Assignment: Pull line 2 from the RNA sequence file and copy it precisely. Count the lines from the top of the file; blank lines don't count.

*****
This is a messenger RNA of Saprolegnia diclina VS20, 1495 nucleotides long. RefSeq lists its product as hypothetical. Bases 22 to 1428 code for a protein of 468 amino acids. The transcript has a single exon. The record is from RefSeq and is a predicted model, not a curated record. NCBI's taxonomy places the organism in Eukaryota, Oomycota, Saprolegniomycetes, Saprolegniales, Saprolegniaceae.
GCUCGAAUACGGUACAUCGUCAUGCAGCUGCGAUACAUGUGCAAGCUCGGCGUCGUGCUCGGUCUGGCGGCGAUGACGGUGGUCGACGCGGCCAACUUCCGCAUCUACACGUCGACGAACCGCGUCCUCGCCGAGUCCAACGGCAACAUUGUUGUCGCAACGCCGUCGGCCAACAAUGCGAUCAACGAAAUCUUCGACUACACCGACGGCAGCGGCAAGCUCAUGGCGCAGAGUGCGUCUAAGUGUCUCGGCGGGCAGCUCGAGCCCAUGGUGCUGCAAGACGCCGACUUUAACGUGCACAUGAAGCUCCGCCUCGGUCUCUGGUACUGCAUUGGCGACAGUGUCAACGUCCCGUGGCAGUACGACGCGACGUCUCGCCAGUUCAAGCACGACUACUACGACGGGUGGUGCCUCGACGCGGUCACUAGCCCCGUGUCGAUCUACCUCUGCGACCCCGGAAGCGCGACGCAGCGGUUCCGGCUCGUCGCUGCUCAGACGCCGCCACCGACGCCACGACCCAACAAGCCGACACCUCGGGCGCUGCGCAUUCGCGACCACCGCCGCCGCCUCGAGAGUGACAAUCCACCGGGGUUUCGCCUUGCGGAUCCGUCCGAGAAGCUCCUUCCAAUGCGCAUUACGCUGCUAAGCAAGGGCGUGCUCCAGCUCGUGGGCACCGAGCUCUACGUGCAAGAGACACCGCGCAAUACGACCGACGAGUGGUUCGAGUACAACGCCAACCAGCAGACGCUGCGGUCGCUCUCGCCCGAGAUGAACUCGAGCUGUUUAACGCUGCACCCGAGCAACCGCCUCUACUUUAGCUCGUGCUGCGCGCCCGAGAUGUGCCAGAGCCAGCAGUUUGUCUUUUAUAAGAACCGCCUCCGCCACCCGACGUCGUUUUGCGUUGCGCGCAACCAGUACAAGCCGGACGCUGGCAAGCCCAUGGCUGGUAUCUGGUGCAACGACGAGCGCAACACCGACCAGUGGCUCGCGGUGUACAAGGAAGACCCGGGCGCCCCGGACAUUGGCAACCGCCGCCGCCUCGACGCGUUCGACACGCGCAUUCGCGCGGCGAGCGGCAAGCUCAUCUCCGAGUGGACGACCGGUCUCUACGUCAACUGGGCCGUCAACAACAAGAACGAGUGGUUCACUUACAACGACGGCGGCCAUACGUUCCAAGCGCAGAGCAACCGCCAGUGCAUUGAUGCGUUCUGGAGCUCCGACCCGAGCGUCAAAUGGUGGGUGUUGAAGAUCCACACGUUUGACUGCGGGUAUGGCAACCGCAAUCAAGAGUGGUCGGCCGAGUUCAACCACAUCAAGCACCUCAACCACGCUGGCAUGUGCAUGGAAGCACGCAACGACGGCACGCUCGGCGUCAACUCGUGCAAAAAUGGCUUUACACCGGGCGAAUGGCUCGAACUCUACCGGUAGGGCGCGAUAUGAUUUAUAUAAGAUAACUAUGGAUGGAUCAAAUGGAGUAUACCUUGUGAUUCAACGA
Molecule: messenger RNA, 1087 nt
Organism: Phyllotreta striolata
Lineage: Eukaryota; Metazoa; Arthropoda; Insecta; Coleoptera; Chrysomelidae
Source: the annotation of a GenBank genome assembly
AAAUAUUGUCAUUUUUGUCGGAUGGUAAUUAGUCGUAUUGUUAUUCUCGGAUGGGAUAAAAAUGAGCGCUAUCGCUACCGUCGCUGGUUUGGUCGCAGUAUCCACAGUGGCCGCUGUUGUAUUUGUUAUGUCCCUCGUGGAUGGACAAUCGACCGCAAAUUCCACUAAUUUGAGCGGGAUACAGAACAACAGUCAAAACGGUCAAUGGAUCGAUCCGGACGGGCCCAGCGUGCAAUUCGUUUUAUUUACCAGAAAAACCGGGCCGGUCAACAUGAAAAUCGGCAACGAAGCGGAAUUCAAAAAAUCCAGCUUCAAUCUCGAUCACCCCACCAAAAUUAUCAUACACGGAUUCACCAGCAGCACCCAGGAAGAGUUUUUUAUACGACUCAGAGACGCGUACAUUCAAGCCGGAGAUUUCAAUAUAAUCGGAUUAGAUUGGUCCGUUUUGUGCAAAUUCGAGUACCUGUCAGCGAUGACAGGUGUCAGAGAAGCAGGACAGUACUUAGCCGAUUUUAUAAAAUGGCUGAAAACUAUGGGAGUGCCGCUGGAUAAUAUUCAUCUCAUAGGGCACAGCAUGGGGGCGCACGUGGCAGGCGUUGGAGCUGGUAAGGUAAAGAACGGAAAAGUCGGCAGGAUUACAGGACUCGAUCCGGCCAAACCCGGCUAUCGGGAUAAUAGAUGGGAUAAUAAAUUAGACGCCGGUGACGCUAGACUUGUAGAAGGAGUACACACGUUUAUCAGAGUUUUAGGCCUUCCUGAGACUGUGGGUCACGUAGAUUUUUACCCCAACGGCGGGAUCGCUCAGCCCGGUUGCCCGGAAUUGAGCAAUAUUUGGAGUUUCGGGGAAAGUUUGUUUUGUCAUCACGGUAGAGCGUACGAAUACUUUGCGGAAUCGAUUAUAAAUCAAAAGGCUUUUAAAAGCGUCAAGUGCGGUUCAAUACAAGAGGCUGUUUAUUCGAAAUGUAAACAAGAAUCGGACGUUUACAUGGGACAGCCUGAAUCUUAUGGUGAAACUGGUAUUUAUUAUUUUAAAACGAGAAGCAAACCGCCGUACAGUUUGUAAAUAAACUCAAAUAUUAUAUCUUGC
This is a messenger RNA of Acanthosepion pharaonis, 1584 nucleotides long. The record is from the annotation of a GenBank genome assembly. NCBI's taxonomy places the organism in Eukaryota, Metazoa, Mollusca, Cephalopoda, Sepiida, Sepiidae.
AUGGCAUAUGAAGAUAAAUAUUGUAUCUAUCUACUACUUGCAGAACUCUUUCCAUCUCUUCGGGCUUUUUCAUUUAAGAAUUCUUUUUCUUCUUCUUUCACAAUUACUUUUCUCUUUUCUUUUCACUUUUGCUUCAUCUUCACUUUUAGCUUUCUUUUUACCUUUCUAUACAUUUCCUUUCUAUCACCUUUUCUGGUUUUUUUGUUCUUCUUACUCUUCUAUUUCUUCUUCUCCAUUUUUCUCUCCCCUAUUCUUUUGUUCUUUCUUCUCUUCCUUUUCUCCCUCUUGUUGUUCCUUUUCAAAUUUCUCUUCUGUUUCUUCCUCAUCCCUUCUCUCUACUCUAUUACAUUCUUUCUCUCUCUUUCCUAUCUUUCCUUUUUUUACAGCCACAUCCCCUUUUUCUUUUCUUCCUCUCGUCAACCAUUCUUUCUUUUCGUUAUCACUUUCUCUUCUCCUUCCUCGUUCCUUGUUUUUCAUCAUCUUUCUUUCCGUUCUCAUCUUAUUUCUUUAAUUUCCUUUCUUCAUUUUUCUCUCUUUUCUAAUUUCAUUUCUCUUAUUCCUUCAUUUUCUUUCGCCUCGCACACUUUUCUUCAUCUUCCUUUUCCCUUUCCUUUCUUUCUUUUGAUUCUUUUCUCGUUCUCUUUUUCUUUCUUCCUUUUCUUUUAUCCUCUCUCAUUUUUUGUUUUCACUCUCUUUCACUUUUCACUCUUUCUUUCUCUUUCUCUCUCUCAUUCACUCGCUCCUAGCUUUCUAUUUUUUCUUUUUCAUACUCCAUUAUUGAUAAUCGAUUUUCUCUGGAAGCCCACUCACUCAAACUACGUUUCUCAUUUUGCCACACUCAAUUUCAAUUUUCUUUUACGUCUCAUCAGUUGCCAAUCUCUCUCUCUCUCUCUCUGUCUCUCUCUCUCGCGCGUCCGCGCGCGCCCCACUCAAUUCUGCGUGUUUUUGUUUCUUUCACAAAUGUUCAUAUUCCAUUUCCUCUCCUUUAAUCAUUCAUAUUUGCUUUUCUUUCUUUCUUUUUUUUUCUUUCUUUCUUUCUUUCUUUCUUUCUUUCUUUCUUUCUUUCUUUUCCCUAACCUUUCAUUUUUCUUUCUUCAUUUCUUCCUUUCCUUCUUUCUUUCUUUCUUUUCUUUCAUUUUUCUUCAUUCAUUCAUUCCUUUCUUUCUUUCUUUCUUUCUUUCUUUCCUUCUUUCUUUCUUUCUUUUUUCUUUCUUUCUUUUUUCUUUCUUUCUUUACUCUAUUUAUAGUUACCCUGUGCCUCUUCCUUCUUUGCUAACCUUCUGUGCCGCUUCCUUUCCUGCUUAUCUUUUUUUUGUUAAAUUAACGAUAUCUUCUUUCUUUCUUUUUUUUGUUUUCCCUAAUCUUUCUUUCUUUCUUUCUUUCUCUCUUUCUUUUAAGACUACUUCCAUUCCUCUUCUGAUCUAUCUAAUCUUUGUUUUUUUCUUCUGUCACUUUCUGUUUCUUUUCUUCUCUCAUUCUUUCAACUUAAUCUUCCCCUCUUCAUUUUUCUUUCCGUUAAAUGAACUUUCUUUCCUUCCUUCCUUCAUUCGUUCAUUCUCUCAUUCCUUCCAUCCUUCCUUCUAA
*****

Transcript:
GCUCGAAUACGGUACAUCGUCAUGCAGCUGCGAUACAUGUGCAAGCUCGGCGUCGUGCUCGGUCUGGCGGCGAUGACGGUGGUCGACGCGGCCAACUUCCGCAUCUACACGUCGACGAACCGCGUCCUCGCCGAGUCCAACGGCAACAUUGUUGUCGCAACGCCGUCGGCCAACAAUGCGAUCAACGAAAUCUUCGACUACACCGACGGCAGCGGCAAGCUCAUGGCGCAGAGUGCGUCUAAGUGUCUCGGCGGGCAGCUCGAGCCCAUGGUGCUGCAAGACGCCGACUUUAACGUGCACAUGAAGCUCCGCCUCGGUCUCUGGUACUGCAUUGGCGACAGUGUCAACGUCCCGUGGCAGUACGACGCGACGUCUCGCCAGUUCAAGCACGACUACUACGACGGGUGGUGCCUCGACGCGGUCACUAGCCCCGUGUCGAUCUACCUCUGCGACCCCGGAAGCGCGACGCAGCGGUUCCGGCUCGUCGCUGCUCAGACGCCGCCACCGACGCCACGACCCAACAAGCCGACACCUCGGGCGCUGCGCAUUCGCGACCACCGCCGCCGCCUCGAGAGUGACAAUCCACCGGGGUUUCGCCUUGCGGAUCCGUCCGAGAAGCUCCUUCCAAUGCGCAUUACGCUGCUAAGCAAGGGCGUGCUCCAGCUCGUGGGCACCGAGCUCUACGUGCAAGAGACACCGCGCAAUACGACCGACGAGUGGUUCGAGUACAACGCCAACCAGCAGACGCUGCGGUCGCUCUCGCCCGAGAUGAACUCGAGCUGUUUAACGCUGCACCCGAGCAACCGCCUCUACUUUAGCUCGUGCUGCGCGCCCGAGAUGUGCCAGAGCCAGCAGUUUGUCUUUUAUAAGAACCGCCUCCGCCACCCGACGUCGUUUUGCGUUGCGCGCAACCAGUACAAGCCGGACGCUGGCAAGCCCAUGGCUGGUAUCUGGUGCAACGACGAGCGCAACACCGACCAGUGGCUCGCGGUGUACAAGGAAGACCCGGGCGCCCCGGACAUUGGCAACCGCCGCCGCCUCGACGCGUUCGACACGCGCAUUCGCGCGGCGAGCGGCAAGCUCAUCUCCGAGUGGACGACCGGUCUCUACGUCAACUGGGCCGUCAACAACAAGAACGAGUGGUUCACUUACAACGACGGCGGCCAUACGUUCCAAGCGCAGAGCAACCGCCAGUGCAUUGAUGCGUUCUGGAGCUCCGACCCGAGCGUCAAAUGGUGGGUGUUGAAGAUCCACACGUUUGACUGCGGGUAUGGCAACCGCAAUCAAGAGUGGUCGGCCGAGUUCAACCACAUCAAGCACCUCAACCACGCUGGCAUGUGCAUGGAAGCACGCAACGACGGCACGCUCGGCGUCAACUCGUGCAAAAAUGGCUUUACACCGGGCGAAUGGCUCGAACUCUACCGGUAGGGCGCGAUAUGAUUUAUAUAAGAUAACUAUGGAUGGAUCAAAUGGAGUAUACCUUGUGAUUCAACGA